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Fashions for May 1899

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Monthly Journal of Fashion.

No 102.)

LONDON, JUNE 1, 1839.

[Vol. 9.

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and song.

Unshackled by the restraints of“ etiquette,"—their hearts devoted to the hilarity of the passing hour, and reckless of cares that disturb them not at the moment,—the Irish peasantry enjoy those mirth-stirring festivals in the full flow of their lively temperament, with all the fervency of soul that native wit, native beauty, and native “potteen ” can inspire.

Few, however, regarded the observance of All-hallowmass or All Saints' Eve, as it is more generally termed, with such pious attention to its enjoyments, as Murthy Delaney himself. Never did he hail the return of that night, but the neighbours experienced the full tide of his hospitable influence, in the form of a plenteous entertainment. With a heart rich in its good nature, warm in its impulses, and blessed above the common lot in his circumstances, Murthy was enabled to indulge its generous promptings. Loved for the frankness of his disposition, the ingenuous warmth that knows not to appreciate the good it engenders, respected for his industry, and happy in the affections of his family, he felt but little intimacy with the many miseries of existence, and held as much influence over his neighbours, as the landlord himself. Murthy's antipathies were confined to the Brunswicker and the Exciseman ; those he detested to the utmost of Irish hate ; but Daniel O'Connel and “Ould Ireland” divided the throne of his affections with Kate herself. Such was Murthy Delany when our acquaintance first commenced.

It is some three years since, that a stranger was observed lying on the road side, with a fractured leg; his horse quietly browsing at some distance from him, outside the village of Aranure, in the ancient “kingdom of Cunnemara.". It was my unfortunate self. My steed, perhaps, to rid himself of his ignoble burthen, began to curvette and prance and rear and plunge, in such an animated style, that I, not the most expert horseman in the world, was immediately laid prostrate in the above mentioned pitiable condition. Some twenty or thirty persons, who were returning from their day's labour, surrounded me, and with looks of the

most charitable commisseration, bore me to the nearest cottage, the inmates of which received me with all the kindness that characterises Irish hospitality. The Doctor was immediately sent for; he was fortunately at hand, and I soon had the pleasure of learning that my hurt was not of a very dangerous nature. My leg (unfortunate limb ) was tortured into sanity ; but I found myself unable to venture on my journey, for a few weeks at least. The time, however passed more pleasantly than I could have imagined, and the individual night saw my invalidship in the midst of a merry group, who were, as usual, assembled at Murthy's (for such was my host) to enjoy the customary observance of All Saints' Eve.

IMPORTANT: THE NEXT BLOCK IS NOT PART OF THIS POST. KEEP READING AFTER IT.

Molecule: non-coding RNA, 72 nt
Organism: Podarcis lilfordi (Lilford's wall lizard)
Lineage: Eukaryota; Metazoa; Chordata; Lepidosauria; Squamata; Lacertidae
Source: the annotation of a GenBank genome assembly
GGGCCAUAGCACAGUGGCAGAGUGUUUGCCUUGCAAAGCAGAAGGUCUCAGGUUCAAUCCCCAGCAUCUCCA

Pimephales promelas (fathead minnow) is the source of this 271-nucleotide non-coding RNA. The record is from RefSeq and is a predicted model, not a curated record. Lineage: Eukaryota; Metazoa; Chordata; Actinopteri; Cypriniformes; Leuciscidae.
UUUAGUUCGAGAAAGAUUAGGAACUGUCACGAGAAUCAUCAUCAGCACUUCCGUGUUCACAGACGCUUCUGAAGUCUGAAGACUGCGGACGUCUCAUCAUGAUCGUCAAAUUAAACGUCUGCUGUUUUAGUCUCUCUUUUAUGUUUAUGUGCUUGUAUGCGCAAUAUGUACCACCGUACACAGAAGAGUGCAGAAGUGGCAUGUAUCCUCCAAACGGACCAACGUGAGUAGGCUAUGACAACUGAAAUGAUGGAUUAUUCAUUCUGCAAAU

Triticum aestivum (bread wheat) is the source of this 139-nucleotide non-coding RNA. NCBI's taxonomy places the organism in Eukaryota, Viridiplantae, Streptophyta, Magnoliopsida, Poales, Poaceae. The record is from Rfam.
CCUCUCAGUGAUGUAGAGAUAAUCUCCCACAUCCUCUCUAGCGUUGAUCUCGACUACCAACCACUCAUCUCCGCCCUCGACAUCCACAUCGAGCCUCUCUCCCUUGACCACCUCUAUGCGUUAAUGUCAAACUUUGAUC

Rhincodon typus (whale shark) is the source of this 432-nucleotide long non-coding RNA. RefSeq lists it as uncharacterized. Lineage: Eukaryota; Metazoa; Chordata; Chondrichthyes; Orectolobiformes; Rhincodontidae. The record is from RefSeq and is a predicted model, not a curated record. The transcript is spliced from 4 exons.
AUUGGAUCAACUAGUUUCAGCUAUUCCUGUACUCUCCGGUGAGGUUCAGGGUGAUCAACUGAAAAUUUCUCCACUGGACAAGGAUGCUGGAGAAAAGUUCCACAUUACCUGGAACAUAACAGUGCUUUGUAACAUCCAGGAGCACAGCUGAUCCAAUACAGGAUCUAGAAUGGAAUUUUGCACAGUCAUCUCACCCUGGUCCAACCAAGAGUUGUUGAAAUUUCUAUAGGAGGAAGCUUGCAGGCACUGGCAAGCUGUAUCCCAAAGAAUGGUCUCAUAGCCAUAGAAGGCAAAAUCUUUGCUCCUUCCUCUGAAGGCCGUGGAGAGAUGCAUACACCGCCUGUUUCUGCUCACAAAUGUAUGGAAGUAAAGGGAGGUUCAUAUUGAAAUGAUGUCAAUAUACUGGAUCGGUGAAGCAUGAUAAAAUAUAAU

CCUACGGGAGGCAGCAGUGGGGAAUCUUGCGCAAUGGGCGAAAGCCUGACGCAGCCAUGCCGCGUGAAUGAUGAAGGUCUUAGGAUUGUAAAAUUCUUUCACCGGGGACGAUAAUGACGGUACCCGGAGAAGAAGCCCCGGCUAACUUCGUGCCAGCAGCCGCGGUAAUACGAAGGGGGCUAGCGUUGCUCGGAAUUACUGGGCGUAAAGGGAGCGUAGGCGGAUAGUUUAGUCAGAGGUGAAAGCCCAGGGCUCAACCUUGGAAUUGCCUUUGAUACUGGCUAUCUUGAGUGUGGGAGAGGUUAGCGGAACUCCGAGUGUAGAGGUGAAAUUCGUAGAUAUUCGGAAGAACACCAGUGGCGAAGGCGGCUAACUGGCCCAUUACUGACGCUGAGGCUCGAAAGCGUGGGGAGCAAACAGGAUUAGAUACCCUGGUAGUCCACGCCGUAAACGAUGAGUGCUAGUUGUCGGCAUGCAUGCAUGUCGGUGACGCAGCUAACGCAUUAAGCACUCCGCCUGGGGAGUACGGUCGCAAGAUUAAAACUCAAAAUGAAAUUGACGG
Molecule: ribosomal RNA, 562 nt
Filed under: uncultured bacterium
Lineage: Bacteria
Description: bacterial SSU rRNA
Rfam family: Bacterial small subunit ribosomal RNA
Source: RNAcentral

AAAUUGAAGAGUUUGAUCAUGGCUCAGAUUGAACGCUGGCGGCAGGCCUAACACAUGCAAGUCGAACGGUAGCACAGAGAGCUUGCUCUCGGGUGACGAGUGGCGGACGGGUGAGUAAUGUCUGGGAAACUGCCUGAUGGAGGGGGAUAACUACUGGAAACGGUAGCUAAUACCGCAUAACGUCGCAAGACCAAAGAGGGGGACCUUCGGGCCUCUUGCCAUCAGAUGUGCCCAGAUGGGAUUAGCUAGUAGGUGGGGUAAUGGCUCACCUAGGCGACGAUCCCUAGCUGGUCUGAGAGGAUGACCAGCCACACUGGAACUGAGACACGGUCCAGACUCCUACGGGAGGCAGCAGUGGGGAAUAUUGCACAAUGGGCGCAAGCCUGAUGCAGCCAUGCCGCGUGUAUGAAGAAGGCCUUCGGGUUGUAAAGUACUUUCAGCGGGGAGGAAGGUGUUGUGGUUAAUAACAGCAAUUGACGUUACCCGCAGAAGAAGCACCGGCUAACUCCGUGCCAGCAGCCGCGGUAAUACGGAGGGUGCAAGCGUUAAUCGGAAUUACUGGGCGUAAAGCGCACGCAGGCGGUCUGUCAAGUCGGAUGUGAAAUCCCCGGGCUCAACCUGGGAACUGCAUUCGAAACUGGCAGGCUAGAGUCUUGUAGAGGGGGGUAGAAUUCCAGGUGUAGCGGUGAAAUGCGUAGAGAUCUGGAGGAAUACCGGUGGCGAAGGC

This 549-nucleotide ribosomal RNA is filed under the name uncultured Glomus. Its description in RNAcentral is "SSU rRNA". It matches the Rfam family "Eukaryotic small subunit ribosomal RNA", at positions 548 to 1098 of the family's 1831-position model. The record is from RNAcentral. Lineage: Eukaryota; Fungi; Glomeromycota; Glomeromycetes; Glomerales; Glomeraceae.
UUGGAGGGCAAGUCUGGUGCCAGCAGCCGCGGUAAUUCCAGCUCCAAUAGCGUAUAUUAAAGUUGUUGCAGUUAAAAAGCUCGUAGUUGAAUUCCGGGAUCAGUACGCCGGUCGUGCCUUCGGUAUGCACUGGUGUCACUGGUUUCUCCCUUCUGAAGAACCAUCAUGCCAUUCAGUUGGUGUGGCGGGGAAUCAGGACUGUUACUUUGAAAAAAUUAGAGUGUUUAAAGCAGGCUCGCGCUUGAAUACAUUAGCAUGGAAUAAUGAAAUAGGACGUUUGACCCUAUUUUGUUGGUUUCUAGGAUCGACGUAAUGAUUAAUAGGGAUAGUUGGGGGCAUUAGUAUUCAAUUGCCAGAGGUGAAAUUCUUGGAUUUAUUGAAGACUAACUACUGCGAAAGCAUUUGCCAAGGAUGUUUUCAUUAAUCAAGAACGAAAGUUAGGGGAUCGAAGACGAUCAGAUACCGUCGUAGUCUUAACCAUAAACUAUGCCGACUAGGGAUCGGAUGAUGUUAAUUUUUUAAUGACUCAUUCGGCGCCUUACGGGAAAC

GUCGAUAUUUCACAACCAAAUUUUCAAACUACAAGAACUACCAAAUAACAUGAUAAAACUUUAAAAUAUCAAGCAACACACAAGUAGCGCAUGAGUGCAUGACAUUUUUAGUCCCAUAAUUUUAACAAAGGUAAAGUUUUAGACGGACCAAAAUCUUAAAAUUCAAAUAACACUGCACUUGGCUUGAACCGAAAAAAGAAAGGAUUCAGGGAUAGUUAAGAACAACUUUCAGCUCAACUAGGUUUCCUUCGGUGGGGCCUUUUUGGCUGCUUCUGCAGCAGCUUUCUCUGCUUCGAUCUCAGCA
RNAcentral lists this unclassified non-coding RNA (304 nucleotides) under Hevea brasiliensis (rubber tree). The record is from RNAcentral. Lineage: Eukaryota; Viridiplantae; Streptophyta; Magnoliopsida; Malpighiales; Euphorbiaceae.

I was in such a situation by the hearth side, that it afforded me a full opportunity of observing those about me.

Beside me was the village schoolmaster, who was placed there, as Murthy said, “bekase as how he was the fittest person to convarse with the jontleman.” He was the Paddy Burns of the village, and most of its inhabitants had been his "scholards.” He was looked up to as an oracle. No wonder then, if the pride of literature had transferred somewhat of its importance to his countenance. No man could puzzle him, from “ Abel, a man's name,” to “transubstantiation.” But place him on the hillock's side, without the chapel, on a Sunday, with the last Connaught Journal from Galway in his hand, and the horn cased spectacles on his nose, both equally venerable, a crowd of village politicians eagerly devouring his interpretations, then, indeed, was my learned neighbour in his element. Some fifty summers had numbered their existence, since he had first undertaken the office of instruction, and many a truant had he since lashed through the vistas of literature. For a long portion of this period had he acted as clerk to the Roman Catholic minister of the parish ; and when, during the ceremony of mass, he delivered the latin responses, the astounded villagers recognised in him the second literary character in the world. His age and infirmities, however, obliged him to relinquish this exalted servitude, and one of his most eminent pupils succeeded the “measther."

On the opposite side, despising the luxury of a stool, (I occupied the only chair in the house,) was seated on the hearth Murthy's mother, with some other antiquated dames, their knees in such happy communion with their chin, as evidently proved the familiarity of the position. They were inhaling the fragrance of their favorite leaf, through the medium of a “ dudeen” or pipe, so short that its tepid head was being kissed by the reverend wrinkles on their aged cheeks. They were watching the feats of cunning and activity, which were being performed by the younger guests of mine host, at the further end of the apartment, which alternately answered the purpose of kitchen and drawing room. Their gossip was in Irish ; but from the marked expression on their countenances, and their many significant ejaculations, I could ascertain that age was, even on this scene, as on others, acting its peculiar part; scattertering contempt on the march of modern degeneracy, and extolling the superior excellence of its own early days.

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* The Western part of Galway, so called.

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